England (303 & 326) beat South Africa (214 & 174) by 241 runs
England effect South Africa’s heaviest defeat at Durban and have been quite superb in almost every department. The world number one side have been crushed and England deserve huge credit.
Nasser: “South Africa rely heavily on one or two cricketers. England have had a complete team performance here.”
England’s glories of late have tended to be based on the performances of Cook, Root, Broad and Anderson. With one of those missing, and Cook having an off game with the bat, it has indeed been very pleasing to see the other guys delivering.
Compton and Taylor dug England out of a 49/3 hole on day one. Broad led the attack superbly with four in the first innings. Moeen Ali took seven wickets in the match, Steve Finn six. Stokes got the wicket of van Zyl yesterday afternoon when South Africa had got a flyer. Bairstow made a pumped, dominating 79 in the second innings to crush any South African hopes of having a gettable target.
No wicket for Broady, but the double change works
WICKET! Piedt c Taylor b Woakes 0 The dogged Dane Piedt, who was never going to score a run, let alone survive the day, walks back to the pavillion secure in the knowledge that he did his level best. This is an unpleasant over from Woakes, who generates plenty of pace from a somewhat uanssuming look. He digs one in that lifts and hits Piedt amidships. Couple of balls later, he prods forward stolidly, gets an inside edge and the ball loops easily to Taylor, who is some yards back at short leg. FOW 155/9
OVER 61: SA 155/8 (Duminy 15* Piedt 0*)
Excellence from Finn, rattling the splice of JPD’s bat, giving it the full gun. Edged! Between the 3rd and 4th slips, well bowled, that could easily have been curtains for JP. If South Africa do bring in a keeper, probably Quinton de Kock, to lessen de Villiers’s workload, you would imagine that they have to drop one of Duminy, du Plessis and Bavuma, right?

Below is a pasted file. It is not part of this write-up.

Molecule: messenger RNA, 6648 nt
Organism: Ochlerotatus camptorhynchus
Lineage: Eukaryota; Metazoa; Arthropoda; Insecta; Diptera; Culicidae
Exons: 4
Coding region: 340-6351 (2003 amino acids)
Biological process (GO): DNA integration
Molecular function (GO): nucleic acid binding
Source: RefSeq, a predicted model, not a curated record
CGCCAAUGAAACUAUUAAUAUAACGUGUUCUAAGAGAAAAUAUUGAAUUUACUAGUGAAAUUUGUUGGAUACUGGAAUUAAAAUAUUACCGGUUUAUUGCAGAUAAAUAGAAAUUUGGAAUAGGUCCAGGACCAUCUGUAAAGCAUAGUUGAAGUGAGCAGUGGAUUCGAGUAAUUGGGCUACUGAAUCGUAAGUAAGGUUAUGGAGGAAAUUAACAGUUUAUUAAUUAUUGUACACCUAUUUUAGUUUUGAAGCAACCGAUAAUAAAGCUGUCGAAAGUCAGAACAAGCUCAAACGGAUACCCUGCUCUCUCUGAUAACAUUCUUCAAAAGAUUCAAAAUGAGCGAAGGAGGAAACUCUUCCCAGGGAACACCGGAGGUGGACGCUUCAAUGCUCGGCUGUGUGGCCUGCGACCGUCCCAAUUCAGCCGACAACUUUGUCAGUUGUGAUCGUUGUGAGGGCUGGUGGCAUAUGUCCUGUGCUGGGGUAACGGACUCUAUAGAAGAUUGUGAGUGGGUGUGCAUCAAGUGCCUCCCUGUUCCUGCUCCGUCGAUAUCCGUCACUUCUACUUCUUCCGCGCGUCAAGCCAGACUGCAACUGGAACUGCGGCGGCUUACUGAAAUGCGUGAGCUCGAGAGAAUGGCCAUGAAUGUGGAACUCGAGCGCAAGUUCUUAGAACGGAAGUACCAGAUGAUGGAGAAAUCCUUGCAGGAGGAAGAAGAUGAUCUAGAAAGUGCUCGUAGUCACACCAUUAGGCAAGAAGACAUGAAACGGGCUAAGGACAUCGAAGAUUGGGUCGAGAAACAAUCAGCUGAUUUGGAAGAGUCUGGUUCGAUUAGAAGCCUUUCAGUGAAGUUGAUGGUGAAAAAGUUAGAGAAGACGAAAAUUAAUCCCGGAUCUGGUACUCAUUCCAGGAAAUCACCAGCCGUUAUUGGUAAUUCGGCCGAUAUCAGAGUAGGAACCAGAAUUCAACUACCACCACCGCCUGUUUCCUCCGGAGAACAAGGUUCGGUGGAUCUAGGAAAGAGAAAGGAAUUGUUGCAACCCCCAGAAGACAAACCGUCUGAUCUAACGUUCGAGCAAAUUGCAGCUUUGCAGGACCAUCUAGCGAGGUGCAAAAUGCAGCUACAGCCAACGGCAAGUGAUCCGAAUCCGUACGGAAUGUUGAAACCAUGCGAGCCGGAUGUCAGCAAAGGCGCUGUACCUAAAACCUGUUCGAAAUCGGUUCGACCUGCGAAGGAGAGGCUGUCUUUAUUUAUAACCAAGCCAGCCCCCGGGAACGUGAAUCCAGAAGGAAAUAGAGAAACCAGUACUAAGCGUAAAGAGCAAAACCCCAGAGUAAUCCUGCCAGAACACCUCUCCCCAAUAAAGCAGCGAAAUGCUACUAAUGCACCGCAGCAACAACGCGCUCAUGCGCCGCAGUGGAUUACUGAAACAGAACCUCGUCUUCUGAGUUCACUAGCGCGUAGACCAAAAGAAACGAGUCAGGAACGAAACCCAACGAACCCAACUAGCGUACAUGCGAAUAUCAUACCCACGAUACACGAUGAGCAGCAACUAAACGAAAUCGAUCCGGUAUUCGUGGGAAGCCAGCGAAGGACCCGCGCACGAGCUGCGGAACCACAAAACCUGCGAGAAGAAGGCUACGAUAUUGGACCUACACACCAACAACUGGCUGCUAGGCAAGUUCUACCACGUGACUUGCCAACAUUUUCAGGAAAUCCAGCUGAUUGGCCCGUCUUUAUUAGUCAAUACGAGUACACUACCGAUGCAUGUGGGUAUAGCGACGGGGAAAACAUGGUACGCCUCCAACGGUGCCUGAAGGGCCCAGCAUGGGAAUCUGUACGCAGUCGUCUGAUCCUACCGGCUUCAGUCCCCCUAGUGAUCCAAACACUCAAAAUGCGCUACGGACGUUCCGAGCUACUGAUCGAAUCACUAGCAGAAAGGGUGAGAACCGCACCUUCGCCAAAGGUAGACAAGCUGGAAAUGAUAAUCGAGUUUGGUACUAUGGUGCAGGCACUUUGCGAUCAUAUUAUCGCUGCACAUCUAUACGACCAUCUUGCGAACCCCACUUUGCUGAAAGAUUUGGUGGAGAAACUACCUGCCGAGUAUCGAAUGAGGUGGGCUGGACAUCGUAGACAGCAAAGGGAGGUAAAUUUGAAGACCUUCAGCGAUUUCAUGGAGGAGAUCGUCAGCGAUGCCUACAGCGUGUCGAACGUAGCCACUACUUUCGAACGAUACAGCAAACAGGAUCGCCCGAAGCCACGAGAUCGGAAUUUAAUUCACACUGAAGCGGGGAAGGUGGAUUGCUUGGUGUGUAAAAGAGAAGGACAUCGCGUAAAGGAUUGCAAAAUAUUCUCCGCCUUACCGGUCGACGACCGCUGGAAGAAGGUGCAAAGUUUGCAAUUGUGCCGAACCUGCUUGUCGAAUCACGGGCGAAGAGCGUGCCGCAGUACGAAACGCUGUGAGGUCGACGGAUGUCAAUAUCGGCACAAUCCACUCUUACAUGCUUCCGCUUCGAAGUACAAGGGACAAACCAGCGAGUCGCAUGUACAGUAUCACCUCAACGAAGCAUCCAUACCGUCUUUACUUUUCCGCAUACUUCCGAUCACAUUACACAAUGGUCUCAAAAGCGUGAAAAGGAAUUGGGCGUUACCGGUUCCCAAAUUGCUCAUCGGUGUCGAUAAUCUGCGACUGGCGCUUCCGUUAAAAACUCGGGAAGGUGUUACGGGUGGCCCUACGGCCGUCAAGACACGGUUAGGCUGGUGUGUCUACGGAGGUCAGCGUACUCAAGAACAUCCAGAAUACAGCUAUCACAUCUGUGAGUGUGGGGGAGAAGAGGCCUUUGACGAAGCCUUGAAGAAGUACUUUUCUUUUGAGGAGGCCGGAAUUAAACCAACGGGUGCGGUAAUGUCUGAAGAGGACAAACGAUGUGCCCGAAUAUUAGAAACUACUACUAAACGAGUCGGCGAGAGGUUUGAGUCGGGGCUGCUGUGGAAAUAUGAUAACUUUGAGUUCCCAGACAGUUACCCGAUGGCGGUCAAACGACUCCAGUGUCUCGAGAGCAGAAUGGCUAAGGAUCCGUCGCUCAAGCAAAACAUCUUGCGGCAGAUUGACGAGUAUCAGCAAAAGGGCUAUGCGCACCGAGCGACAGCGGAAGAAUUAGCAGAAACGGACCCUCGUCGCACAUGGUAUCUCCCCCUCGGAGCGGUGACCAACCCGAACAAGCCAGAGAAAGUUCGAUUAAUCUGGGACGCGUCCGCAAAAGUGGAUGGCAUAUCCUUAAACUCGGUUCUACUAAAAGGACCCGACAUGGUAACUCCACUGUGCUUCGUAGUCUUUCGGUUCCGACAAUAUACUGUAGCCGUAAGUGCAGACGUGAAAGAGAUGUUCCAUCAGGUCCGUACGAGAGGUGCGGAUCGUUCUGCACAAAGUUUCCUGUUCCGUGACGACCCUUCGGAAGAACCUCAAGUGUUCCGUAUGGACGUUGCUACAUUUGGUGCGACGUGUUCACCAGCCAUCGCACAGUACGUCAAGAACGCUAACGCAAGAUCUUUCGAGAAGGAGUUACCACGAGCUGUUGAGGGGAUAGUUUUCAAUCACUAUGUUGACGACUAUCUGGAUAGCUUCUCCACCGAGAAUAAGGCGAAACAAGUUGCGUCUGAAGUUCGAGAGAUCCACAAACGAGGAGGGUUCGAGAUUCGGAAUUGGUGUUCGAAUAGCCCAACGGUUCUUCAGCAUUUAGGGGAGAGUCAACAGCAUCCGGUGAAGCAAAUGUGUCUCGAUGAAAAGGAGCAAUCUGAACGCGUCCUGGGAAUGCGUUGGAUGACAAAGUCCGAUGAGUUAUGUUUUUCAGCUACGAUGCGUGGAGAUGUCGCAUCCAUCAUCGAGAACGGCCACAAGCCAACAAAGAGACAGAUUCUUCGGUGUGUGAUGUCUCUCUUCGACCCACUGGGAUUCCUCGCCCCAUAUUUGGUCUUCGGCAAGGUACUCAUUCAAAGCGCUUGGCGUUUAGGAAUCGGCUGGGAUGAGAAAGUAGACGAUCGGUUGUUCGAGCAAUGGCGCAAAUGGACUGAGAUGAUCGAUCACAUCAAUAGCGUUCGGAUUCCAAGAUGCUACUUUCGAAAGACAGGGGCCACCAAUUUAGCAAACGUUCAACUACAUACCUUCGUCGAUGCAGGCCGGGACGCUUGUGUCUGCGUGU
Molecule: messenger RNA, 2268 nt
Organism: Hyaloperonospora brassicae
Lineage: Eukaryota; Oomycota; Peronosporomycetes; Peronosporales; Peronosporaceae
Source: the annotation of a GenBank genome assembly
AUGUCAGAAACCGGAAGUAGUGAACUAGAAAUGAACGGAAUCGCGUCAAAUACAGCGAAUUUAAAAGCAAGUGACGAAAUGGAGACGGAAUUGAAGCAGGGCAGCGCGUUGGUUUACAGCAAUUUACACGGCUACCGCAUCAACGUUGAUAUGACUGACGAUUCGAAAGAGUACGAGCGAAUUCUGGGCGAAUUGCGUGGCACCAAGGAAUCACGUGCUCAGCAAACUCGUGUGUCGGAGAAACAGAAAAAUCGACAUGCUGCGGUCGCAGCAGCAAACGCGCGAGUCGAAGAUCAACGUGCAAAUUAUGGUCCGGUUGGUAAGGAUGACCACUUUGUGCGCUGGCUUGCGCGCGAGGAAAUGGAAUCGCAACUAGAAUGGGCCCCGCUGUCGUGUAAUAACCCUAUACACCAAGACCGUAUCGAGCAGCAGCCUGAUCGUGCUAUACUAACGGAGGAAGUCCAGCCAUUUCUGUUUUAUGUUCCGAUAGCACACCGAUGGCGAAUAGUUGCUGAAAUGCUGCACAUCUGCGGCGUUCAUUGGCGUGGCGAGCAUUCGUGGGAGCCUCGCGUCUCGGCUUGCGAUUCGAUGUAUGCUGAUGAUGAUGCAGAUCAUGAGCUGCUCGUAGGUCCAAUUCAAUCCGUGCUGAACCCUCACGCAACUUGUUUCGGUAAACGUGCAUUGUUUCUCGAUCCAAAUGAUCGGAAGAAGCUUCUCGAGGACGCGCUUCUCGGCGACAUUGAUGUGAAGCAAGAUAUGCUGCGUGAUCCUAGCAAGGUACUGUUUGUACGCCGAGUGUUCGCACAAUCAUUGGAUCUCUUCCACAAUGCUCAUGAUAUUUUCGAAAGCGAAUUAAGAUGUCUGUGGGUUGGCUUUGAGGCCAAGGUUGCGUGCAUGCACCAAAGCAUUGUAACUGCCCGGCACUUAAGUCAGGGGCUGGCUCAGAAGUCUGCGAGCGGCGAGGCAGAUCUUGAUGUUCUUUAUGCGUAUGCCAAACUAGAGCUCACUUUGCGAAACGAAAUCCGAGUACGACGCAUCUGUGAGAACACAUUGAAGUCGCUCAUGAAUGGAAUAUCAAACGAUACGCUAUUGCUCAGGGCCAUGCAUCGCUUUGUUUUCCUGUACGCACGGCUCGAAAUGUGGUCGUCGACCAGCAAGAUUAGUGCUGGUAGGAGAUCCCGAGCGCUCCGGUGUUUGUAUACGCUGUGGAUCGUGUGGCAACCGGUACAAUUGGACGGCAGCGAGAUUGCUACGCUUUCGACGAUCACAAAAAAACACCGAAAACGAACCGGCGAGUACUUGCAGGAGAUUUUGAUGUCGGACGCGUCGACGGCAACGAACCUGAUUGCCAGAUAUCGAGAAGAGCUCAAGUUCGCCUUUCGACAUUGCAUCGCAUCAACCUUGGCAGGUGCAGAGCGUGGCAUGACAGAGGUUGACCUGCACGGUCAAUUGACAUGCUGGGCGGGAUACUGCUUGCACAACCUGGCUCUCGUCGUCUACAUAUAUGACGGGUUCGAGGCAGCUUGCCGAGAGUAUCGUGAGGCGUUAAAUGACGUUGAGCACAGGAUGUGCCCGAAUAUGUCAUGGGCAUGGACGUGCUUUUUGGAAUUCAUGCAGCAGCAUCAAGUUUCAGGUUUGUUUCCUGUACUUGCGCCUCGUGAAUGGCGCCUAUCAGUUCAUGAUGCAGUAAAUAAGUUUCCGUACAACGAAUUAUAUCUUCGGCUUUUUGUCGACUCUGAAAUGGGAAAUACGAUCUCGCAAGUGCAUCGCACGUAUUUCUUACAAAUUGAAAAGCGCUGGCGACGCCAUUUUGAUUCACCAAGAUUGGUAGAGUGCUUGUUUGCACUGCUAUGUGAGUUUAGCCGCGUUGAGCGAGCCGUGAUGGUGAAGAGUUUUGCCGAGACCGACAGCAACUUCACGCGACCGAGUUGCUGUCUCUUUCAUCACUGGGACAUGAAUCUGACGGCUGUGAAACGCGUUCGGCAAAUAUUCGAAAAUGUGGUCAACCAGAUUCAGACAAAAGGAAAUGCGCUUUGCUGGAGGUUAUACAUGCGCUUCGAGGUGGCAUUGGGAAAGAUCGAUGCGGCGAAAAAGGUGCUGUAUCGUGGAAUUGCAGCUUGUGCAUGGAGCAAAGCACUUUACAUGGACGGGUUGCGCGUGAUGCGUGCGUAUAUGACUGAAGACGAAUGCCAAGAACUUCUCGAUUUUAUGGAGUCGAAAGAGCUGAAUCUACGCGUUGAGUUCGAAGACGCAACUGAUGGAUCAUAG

Bairstow has a stumping!
WICKET! Bavuma st Bairstow b Ali 0 England’s cup runneth over and there will be no happier man alive right about now than Jonny Bairstow, who has pulled off a regulation stumping. Bavuma charges down the pitch and has a go, but this is Ali’s arm ball and it does not turn. It slides past his outside edge, Bairstow has all the time in the world and he joyously whips off the bails. FOW 136/6
Nice para from Houlty earlier: “It has been so long since Matt Prior stumped Cheteshwar Pujara off Graeme Swann in Mumbai on November 23 2012 that Root, who made his debut two matches later, has spent an entire Test career climbing to the top of the world rankings having never seen an England colleague manage the feat.” That’s all changed now! Rooty has seen it with his own eyes.
Nasser on Bairstow
“In isolation, that stumping chance for Bairstow was very difficult. Paul Farbrace also said that he kept well. He didn’t. Very tough for these keepers, Bairstow will have felt like a million dollars coming off after his batting but [his morale] will have crashed after that stumping.”
Key: “Young keepers coming into the game via Counties spend 80% on their batting and 20% on their keeping. And then they get a chance at international level and they think… crikey. I have to up the ante [on the glove work I am doing].”
It’s a pickle, alright. Would you rather have someone who could bat at nine and averages perhaps 25 with the bat and catches everything or would you have someone who bats 7 or even 6 and averages 40?
I personally don’t think that Bairstow the number seven who comes in and whacks a fifty when the going’s good is irreplaceable. I don’t personally think he has the technique to bat in the top six when the conditions are tough and the pressure is really on. There. I’ve said it.
Anyway, here is Nick Hoult on this very issue.